The Archbishop of York's Pause For Thought on BBC Radio 2 On Marking Life of Nelson Mandela...
Today the world mourns the passing of a truly great human being – Nelson Mandela.
Mandela was a symbol of hope, an icon for fairness, and a beacon for reconciliation. His legacy will continue in our global village long after his body has been laid to rest.
Mandela was arrested and detained not for crimes against others, but for standing up for others. He turned the other cheek when he could have delivered swift retribution.
When he was eventually released from his incarceration in 1990, this great fighter for freedom used his liberty to work for peace and forgiveness throughout the nation and the wider world.
Even when he was twice given the reins of power through a landslide electoral victory, Mandela refused to indulge in vengeance. He realised that although the past could never be forgotten, old injustices must be put to one side if a new more hopeful future was ever to be realised.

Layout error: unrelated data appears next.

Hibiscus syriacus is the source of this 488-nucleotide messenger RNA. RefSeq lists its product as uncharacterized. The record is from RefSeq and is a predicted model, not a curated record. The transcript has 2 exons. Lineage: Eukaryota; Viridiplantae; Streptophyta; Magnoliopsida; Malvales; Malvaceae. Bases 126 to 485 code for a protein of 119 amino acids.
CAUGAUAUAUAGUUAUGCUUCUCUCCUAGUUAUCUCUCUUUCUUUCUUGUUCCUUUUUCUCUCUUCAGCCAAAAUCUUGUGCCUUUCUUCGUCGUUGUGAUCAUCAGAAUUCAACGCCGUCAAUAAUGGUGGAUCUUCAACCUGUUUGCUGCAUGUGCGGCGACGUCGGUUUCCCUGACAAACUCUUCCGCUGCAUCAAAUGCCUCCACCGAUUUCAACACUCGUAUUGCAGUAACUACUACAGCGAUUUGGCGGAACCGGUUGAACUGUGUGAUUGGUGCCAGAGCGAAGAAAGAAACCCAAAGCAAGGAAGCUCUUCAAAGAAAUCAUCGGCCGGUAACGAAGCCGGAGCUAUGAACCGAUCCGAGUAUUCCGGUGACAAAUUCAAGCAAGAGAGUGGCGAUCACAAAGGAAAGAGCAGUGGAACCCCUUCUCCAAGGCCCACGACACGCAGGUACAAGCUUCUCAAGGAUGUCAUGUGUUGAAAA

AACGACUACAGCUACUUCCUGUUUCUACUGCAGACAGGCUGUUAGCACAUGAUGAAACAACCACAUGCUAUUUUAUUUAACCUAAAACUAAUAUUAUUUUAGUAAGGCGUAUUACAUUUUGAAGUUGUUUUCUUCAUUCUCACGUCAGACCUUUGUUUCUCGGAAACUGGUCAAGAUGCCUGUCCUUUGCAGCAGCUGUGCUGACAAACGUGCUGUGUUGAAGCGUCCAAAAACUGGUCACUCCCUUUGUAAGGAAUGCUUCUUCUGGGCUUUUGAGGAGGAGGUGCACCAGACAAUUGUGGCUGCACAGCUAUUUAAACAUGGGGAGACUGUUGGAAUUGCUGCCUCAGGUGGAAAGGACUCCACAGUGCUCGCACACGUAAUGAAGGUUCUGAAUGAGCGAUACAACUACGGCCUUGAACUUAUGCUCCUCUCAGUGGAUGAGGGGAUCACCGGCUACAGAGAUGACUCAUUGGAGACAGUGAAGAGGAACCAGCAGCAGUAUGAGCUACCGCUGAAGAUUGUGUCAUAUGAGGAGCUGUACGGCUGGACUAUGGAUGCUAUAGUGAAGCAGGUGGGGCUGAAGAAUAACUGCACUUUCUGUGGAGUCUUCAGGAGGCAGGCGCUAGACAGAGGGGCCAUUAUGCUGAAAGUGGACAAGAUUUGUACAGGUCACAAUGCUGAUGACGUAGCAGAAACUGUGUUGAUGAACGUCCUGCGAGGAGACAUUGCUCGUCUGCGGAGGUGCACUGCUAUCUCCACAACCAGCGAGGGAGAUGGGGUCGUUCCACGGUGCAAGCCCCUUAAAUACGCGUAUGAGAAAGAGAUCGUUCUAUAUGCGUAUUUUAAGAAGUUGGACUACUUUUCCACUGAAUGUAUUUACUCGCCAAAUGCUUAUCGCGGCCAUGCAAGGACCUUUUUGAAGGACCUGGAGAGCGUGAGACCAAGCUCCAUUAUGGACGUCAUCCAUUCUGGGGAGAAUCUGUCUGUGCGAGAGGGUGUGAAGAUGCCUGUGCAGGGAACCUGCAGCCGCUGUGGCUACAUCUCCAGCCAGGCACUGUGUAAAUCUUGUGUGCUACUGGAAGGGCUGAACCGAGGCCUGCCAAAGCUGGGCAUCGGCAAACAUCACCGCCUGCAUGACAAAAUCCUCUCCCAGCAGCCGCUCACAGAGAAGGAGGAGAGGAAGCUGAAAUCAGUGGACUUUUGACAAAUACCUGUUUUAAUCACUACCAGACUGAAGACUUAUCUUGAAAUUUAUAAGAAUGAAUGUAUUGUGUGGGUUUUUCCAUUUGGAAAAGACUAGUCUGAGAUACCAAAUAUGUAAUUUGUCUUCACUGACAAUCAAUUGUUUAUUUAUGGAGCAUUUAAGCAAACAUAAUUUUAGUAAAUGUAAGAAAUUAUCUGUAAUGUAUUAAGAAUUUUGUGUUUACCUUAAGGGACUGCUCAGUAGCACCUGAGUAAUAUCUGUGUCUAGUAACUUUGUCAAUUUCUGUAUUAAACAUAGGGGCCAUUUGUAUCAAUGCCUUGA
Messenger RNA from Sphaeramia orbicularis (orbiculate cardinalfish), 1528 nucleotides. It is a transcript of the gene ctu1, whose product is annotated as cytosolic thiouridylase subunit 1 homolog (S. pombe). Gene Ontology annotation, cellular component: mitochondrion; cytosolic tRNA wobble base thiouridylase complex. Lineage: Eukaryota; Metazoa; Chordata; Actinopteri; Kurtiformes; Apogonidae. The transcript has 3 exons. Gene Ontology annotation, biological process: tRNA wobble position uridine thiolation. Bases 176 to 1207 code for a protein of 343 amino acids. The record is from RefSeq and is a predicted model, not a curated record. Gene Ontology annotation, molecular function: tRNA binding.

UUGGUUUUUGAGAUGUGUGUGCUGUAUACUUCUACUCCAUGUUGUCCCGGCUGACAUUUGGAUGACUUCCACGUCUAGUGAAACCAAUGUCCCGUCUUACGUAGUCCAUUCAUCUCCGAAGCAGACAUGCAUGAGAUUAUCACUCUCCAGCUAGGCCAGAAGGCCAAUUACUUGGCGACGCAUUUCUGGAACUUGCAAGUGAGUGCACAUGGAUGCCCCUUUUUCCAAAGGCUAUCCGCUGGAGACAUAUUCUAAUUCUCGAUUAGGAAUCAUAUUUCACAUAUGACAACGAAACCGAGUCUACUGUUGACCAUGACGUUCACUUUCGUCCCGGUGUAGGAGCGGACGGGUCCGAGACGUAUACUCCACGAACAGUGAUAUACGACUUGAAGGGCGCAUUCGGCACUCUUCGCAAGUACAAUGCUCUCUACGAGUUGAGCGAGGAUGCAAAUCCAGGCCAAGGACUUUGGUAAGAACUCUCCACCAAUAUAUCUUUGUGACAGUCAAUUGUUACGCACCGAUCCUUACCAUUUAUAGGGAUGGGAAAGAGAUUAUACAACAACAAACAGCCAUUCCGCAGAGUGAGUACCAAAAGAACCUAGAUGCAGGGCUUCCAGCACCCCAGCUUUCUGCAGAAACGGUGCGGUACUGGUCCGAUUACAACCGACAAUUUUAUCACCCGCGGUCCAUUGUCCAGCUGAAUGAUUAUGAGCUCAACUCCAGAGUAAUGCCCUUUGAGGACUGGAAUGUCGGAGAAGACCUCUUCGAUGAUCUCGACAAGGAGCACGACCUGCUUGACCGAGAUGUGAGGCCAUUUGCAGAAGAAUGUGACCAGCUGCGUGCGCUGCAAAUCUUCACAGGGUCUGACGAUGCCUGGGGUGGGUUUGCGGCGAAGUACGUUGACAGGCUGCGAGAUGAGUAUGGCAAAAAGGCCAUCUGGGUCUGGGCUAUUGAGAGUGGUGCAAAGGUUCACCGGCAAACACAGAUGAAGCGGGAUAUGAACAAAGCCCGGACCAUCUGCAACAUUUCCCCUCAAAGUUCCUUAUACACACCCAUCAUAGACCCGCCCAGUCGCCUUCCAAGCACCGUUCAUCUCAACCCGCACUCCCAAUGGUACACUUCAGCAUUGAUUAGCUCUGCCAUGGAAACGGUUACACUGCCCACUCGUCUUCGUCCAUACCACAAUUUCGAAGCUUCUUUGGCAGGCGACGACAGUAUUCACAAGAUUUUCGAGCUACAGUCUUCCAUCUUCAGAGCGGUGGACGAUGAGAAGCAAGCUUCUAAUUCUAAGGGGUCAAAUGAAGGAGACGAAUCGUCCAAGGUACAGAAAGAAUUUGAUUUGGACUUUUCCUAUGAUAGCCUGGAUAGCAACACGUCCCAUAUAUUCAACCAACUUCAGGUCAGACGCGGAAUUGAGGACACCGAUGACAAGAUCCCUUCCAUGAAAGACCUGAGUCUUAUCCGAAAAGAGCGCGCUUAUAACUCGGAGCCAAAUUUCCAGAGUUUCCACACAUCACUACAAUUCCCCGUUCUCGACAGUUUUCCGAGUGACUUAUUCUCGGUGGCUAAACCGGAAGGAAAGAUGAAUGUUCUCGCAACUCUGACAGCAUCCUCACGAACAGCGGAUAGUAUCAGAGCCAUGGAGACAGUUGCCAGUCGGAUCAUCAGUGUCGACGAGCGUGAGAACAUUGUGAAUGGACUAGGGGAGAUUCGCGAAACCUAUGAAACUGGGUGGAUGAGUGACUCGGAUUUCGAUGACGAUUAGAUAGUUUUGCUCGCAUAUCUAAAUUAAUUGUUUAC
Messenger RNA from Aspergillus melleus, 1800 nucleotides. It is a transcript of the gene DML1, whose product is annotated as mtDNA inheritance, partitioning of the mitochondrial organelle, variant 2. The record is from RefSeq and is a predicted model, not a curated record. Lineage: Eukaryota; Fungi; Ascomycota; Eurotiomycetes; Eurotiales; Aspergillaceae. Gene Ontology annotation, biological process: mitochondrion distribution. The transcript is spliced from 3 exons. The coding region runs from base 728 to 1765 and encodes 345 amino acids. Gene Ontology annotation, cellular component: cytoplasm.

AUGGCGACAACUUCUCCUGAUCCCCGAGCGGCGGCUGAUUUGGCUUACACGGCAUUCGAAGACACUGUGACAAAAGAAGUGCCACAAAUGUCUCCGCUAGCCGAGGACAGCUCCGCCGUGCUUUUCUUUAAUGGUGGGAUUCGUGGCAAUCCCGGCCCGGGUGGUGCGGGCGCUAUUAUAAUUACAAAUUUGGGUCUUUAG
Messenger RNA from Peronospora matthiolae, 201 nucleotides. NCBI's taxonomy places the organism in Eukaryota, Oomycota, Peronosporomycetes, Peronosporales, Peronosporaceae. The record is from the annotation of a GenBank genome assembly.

The greater good of a nation depended on magnanimity, generosity, hope and trust. Mandela led the nation to freedom.
Archbishop Desmond Tutu's vision of renewal through restorative justice was reflected in Nelson Mandela's encouragement of black people to focus their rage into acts of reconciliation.
We should all follow the example that Nelson Mandela has left us.
He was a true human being who stood up for lasting justice whilst suffering great personal injustice - defeating unfairness with hope.
As we remember Nelson Mandela, let us also remember the encouragement he gave everyone to be the people they were created to be. As he once said, "Our deepest fear is not that we are inadequate. Our deepest fear is that we are powerful beyond measure. It's our light, not our darkness, that most frightens us. We ask ourselves, "Who am I to be brilliant, gorgeous, talented, fabulous? Actually, who are you not to be? You are a child of God.
We were born to make manifest the glory of God that is within us. It's not just in some of us; it's in everyone. And as we let our light shine, we unconsciously give other people permission to do the same. As we're liberated from our own fear, our presence automatically liberates others."
(Please Chris, could you play Miriam Makeba’s Jolinkomo – a song about the young and brave defending their motherland. It was written with Mandela in mind - whose defence was love, peace, forgiveness, reconciliation.)